Talk at the table flowed from one thing to another, criticizing our Algebra teacher, talking about the homecoming in a few weeks, dissecting some reality show they all watched. I listened, studying each of the girls at the table.
They seemed like a package deal. The most outspoken one was clearly Summer Sanders, and the rest seemed to look to her when there was a disagreement. There was little distinction between the other girls. Emilie also seemed high on the rung, though she was distracted, staring at the table by the window, where the “hot guys” sat.
“Em, you daydreaming about Liam again?” Summer jabbed her with her elbow, and the other girls laughed.
“Shut up.” Emilie blushed.
“You just need to invite him to homecoming,” one of the girls said.
Emilie twisted her shiny hair. “No. He needs to invite me.”
I watched the faces as the girls discussed Liam. Most of them were teasing or alight with gossip, but one face wasn’t smiling as much as the others.
She was my in.
I didn’t catch her name until later, when Summer yelled, “Alysha!” when the girl bumped her arm while she was drinking.
None of the girls talked to me the whole lunch, but when I stood to leave, Emilie touched my arm. “Want to eat with us again tomorrow?”
By the end of the week, my presence at lunch became a normal thing. The girls still didn’t talk to me, but they didn’t glare either. Every now and then, I would chime in, and I even started watching their dumb show so I’d have something to say. Thankfully, Grandpa didn’t care what was on TV as long as he could stare at it.
When I’d been around a week, I decided to invite myself over to Emilie’s.
It wasn’t hard. I told her Grandpa was giving me a hard time and I couldn’t get my homework done.
“Why don’t you just come over to my house? We can do some work together.”
I smiled back at the heavy mascara and pink lips. “I wouldn’t have a way to get home.”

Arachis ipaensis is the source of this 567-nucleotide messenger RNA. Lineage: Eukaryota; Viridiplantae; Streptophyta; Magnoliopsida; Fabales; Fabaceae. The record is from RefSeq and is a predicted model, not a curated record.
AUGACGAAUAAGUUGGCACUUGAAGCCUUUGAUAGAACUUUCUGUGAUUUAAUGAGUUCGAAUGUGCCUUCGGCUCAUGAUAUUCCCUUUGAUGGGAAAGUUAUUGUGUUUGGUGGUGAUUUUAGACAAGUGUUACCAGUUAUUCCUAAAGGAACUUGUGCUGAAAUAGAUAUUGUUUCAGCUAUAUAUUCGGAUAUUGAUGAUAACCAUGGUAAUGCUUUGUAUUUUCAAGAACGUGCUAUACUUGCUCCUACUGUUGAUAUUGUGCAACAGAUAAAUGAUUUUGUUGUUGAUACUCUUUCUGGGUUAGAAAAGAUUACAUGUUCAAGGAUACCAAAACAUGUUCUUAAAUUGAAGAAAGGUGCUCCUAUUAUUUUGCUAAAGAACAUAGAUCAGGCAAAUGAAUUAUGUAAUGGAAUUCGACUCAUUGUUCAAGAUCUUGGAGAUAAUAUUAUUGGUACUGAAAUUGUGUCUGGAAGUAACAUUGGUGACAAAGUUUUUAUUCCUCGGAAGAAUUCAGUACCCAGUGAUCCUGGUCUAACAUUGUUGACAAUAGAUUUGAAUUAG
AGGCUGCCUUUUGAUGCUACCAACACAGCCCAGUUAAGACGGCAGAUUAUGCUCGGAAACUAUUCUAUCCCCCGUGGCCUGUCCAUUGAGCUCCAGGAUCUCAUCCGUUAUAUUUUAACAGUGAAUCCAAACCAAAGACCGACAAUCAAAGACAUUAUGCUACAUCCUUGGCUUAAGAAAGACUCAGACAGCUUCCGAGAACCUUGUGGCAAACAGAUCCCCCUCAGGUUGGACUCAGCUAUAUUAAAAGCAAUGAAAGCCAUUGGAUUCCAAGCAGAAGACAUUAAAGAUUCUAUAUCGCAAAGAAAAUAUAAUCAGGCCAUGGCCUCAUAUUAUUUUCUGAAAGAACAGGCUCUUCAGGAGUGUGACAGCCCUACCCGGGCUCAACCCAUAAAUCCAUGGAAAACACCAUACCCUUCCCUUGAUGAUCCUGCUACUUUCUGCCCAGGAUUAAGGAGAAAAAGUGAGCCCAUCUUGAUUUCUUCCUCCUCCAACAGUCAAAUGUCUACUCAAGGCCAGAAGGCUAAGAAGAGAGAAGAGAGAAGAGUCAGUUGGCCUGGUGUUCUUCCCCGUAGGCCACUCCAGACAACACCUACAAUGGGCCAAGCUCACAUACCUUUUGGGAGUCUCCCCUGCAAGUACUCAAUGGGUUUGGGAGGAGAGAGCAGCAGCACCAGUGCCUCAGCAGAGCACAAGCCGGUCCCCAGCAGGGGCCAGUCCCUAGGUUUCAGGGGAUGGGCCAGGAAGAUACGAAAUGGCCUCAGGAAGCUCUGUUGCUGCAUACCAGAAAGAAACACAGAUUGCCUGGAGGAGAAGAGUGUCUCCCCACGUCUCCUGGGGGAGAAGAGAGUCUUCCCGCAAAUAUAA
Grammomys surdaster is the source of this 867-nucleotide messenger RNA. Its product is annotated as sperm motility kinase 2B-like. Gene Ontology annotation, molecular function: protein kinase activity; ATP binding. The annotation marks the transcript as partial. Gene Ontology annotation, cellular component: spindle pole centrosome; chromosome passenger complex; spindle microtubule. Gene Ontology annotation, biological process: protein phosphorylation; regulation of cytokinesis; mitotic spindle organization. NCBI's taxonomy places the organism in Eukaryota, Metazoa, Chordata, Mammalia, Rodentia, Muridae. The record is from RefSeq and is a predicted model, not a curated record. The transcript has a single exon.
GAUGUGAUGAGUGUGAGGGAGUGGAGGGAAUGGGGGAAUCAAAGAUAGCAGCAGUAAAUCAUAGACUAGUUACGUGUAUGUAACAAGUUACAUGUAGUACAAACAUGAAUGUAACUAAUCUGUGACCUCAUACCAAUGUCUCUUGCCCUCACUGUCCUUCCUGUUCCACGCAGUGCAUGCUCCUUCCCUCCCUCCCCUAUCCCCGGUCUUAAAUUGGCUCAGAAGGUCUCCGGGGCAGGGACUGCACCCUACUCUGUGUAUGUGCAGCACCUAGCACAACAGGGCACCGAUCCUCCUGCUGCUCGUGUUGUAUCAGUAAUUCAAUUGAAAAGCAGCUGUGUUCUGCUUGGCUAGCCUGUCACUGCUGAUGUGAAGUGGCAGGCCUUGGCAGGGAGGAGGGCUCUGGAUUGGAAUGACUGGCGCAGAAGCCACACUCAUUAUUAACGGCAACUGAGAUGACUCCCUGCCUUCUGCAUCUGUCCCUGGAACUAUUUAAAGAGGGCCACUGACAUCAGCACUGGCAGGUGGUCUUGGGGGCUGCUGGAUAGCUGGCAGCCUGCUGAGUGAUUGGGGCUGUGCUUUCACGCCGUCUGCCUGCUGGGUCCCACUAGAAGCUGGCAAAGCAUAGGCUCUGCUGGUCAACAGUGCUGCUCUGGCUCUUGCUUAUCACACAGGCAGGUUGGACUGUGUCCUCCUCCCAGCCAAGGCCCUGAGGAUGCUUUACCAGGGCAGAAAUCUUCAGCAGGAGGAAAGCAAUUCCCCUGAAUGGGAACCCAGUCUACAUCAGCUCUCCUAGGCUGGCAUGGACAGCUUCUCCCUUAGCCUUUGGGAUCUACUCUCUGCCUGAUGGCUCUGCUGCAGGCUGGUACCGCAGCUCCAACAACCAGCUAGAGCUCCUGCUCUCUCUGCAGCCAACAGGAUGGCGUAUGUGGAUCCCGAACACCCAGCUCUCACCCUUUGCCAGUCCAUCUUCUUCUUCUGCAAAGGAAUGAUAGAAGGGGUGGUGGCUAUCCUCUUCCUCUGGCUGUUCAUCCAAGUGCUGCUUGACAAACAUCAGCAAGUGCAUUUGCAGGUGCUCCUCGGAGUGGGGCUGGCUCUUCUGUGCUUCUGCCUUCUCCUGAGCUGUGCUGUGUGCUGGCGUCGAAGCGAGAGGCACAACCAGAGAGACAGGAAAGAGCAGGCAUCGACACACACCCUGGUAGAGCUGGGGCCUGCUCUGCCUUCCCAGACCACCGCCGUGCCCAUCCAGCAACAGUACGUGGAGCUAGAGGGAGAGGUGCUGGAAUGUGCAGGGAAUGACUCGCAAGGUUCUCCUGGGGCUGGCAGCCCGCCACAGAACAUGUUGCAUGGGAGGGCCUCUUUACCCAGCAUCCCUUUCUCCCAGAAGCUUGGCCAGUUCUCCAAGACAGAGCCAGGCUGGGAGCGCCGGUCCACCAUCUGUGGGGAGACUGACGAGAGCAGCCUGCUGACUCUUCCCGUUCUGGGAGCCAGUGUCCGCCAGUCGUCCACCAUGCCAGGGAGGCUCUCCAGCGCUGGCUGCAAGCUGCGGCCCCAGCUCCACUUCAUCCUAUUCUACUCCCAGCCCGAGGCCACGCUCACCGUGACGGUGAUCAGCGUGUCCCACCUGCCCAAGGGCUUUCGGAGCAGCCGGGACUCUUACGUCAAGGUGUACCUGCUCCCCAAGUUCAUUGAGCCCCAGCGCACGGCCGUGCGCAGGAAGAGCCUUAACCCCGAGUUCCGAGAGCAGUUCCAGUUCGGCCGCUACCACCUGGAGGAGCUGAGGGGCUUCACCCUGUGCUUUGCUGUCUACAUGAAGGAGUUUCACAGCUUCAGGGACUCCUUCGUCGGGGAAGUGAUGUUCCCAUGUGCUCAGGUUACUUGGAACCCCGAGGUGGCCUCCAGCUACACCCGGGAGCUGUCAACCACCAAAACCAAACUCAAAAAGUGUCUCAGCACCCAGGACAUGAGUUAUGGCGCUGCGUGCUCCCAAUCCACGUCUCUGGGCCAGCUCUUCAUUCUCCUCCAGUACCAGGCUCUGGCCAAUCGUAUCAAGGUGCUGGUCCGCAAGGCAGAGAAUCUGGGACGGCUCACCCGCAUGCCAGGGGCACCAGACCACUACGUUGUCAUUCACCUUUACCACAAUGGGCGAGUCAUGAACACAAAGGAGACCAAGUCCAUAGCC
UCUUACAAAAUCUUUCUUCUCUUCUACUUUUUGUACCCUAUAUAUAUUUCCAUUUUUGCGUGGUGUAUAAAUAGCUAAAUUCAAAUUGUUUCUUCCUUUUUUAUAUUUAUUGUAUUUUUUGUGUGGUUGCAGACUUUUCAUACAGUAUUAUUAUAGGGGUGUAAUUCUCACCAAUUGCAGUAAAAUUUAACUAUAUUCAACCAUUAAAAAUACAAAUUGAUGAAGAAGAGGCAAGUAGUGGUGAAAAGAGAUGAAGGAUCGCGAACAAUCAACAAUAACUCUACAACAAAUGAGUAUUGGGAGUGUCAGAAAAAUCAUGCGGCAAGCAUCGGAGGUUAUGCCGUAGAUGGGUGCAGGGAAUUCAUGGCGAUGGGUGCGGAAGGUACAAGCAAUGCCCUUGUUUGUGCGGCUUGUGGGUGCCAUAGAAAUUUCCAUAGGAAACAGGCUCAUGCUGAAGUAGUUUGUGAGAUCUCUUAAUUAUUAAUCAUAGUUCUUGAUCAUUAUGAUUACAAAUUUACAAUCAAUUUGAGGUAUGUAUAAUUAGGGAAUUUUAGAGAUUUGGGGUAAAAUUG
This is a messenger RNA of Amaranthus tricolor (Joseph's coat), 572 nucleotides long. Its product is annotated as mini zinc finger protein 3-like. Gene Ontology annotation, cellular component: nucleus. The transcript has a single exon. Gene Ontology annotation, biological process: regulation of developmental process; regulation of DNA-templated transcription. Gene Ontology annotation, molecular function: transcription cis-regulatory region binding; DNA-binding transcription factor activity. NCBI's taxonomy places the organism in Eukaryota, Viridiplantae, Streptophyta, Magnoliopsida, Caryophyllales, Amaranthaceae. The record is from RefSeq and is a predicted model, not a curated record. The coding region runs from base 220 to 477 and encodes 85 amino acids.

I had to take the bus since my bike was out of service.
“Dad will drive you home.”
So a couple hours later, there I sat in her huge, turquoise room with pictures of Emilie and her friends covering every inch of one wall.
She spent a lot of our time texting. Almost every time she put her phone down, it would buzz and she’d grab it.
Finally, she said she needed to go to the bathroom and jumped up, leaving her phone. I bit my lip, my eyes on the phone until I was sure she was gone.
I ran for it and tapped the button. The lump in my throat dropped when it unlocked. Thankfully it was delayed lock, and she hadn’t been gone long enough.
My thumb flew over the screen, speedreading her most recent texts.
Summer. Mom. Liam.
I tapped on Liam’s name. There were several flirtatious texts back and forth, but I didn’t see any invitation to homecoming.
I went on Summer’s texts.
I haven’t told anyone
Mom would kill me if she found out
My eyes stopped on those words, then I quickly scrolled up.
Emilie: You have to stop, it’s not healthy
You should see a dr
I did it again. I can help it, food doesn’t stay down anymore
I heard footsteps, and I closed the app, flinging the phone back on the chair, running back to the couch to land on it right when Emilie came inside.
I pretended to be picking up another book. She didn’t notice anything.
When my heart stopped racing, I looked over at Emilie, pouring over her phone again.
“Did you hear anything from Liam? About homecoming?”
Her head jerked up.
“I overheard you girls talking at lunch.” I felt like I’d crossed some line.
Her face grew softer and she sighed. “No. I can’t tell if he’s playing me or is too scared to make a move. Homecoming is only a few weeks away.”
“Could you go with someone else?”
She shook her head. “It would be embarrassing to go with anyone else who invited me.”
That night, next to Grandpa watching old black-and-white films, I came up with phase two.